Weathering Winter Weather
Many geriatric animals have less strength and muscle reserves. So, quite often, other underlying problems may surface during the winter months. But helping your senior pet through the winter does not need to be difficult. It’s likely you already know what needs your pet will have based on the health issues he or she is already experiencing.
For many senior pets, the aches and pains of arthritis are often felt more intensely during the winter months. Chilled muscles and joints do not move and glide smoothly, and often it can seem as if the chill in the air can permeate right down to the bone.
Helping senior pets suffering from arthritis can be as simple as providing daily, short walks to limber tired muscles. Keeping older pets active, despite the winter weather, is important for both your pet’s physical and emotional health. If your pet’s feet seem to be particularly sensitive to the cold ground, consider getting him or her paw protection, such as the booties made by Ruffwear. Not only will these boots help keep your pet’s feet warm, but they will also protect his or her paws from the small cuts and abrasions caused by ice and snow.
Likewise, help your arthritic pet by keeping him or her off of cold, hard floors by using padded orthopedic beds with plush coverings. Be certain to keep them in places your pet loves to curl up.
Finally, keep in mind that older pets are less agile and more likely to fall, so monitor your dog as it navigates steps to prevent falls. Consider using a portable ramp or carpeted stairs both inside and out to help your pet get to where he or she needs to go.
Food, Water, and Shelter
During the winter months it is vitally important that pets have easy access to nutritious food, clean and un-frozen water, and warm, dry shelter. This is especially true for senior pets, which are more prone to the potential hazards that frostbite, hypothermia, malnutrition and dehydration can bring.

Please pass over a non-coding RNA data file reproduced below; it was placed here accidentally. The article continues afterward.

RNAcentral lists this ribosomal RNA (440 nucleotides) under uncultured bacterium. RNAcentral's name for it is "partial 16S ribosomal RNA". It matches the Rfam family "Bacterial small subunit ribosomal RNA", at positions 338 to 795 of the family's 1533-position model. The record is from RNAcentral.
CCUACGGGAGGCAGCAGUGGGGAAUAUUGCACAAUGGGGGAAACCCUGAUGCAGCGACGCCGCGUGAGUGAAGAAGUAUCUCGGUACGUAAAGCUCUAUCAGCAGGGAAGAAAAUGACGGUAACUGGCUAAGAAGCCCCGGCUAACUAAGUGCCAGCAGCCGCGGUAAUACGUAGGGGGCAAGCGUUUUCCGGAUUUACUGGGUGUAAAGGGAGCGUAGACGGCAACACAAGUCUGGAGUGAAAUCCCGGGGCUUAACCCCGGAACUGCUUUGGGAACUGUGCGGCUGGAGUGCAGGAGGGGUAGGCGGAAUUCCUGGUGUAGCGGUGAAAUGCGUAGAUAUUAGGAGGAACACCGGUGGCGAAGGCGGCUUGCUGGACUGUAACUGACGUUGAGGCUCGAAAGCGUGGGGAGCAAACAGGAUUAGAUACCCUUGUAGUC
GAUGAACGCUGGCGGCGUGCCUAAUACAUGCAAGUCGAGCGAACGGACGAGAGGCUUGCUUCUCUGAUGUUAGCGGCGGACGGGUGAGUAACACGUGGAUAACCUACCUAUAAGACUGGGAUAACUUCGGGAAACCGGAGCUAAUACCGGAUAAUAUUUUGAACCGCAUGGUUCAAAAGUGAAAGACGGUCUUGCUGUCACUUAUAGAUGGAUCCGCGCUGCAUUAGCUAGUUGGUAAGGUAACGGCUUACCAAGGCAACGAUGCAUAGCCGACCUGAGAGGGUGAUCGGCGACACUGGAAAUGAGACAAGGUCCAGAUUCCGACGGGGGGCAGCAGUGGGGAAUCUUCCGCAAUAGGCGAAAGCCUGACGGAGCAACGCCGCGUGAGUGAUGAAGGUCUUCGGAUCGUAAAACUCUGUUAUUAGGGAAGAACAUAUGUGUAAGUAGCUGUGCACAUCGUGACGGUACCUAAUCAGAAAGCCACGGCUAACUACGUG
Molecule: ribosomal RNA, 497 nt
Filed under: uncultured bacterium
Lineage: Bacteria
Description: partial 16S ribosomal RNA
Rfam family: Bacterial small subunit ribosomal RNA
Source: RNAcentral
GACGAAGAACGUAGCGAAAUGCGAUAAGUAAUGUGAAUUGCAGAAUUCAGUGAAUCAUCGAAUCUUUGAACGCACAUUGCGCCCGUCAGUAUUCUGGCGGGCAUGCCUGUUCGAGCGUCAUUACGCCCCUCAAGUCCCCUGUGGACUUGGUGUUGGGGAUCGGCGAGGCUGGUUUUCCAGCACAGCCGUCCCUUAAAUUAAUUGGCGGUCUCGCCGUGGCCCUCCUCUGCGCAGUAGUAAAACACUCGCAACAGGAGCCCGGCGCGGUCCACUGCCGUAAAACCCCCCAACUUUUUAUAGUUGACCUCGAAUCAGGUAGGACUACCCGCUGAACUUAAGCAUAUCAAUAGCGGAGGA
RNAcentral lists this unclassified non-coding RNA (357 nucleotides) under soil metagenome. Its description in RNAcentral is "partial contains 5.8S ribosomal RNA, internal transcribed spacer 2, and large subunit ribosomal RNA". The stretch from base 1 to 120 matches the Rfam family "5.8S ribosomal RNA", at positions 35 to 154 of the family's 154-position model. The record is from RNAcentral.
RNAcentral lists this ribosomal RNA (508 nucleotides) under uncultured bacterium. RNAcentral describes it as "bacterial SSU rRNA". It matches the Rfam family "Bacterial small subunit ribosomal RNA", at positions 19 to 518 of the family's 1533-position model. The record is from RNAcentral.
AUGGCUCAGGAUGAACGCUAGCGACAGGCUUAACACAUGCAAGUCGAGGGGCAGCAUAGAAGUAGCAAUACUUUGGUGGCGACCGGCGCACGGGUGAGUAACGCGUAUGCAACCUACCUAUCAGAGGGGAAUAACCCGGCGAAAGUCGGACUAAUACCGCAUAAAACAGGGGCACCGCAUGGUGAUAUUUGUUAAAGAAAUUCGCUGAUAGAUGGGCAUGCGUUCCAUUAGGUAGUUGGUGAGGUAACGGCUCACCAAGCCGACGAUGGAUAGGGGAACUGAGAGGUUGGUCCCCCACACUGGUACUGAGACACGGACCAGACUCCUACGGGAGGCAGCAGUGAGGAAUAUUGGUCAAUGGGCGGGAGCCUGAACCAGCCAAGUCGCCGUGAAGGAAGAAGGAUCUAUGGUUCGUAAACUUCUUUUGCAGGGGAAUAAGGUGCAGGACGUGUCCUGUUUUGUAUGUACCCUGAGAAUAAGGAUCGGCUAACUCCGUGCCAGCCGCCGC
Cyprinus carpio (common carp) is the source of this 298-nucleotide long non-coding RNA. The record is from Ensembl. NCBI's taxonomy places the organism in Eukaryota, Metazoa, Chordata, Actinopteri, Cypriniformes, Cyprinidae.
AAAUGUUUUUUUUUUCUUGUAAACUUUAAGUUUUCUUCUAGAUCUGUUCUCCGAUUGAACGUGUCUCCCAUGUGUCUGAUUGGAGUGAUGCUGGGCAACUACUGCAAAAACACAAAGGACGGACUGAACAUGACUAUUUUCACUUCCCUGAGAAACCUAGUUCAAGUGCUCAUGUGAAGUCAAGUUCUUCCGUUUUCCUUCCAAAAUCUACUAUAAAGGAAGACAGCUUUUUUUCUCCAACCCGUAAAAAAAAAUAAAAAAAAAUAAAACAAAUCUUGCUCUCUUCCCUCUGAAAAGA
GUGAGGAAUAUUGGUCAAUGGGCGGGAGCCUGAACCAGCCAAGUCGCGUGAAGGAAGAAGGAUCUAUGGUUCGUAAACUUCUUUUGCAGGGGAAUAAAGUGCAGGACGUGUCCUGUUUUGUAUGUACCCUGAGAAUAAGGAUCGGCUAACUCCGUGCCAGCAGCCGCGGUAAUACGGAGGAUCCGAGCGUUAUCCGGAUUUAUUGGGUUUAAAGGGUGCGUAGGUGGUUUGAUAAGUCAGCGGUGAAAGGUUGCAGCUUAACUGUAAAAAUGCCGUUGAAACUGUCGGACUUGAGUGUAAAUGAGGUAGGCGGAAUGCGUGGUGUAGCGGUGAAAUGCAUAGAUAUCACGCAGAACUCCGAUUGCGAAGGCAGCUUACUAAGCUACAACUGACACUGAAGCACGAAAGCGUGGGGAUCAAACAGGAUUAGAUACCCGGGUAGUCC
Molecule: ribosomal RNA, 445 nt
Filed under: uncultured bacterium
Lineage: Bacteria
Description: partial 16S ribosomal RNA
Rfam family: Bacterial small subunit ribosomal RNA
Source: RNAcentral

Senior pets especially need to be well protected from the winter weather and should be housed indoors at all times throughout the winter months.
Likewise, be certain to monitor, and if necessary restrict, your aging pet’s intake of human food, especially around the holidays. The rich, fatty foods typically served at Thanksgiving, Christmas, and the like can be overwhelming to your pet’s digestive system and can make your pet quite ill.
Keeping Your Senior Pet Happy
Like us, many pets can get a little blue during the winter months. This is especially true of senior pets. Often, cold and stormy weather can keep both humans and animals indoors, reducing the amount of exercise and activity in your pet’s daily life.
Keep your senior pet happy and healthy by staying active, despite the cold weather. Even a quick walk around the block will get your pet’s blood pumping and help to clear his or her head with the fresh air and familiar scents of the neighborhood.
As winter approaches, please feel free to contact us if you are concerned about your senior pet’s health or safety. We are always happy to help.
For many senior pets, osteoarthritis can be just as common an affliction as it is for humans. And, just like us, the aches and pains associated with the condition can be both painful and debilitating. Your pet’s golden years should be a time of quiet and supportive warmth, and it pains us to think that your beloved pet may be suffering. Continue…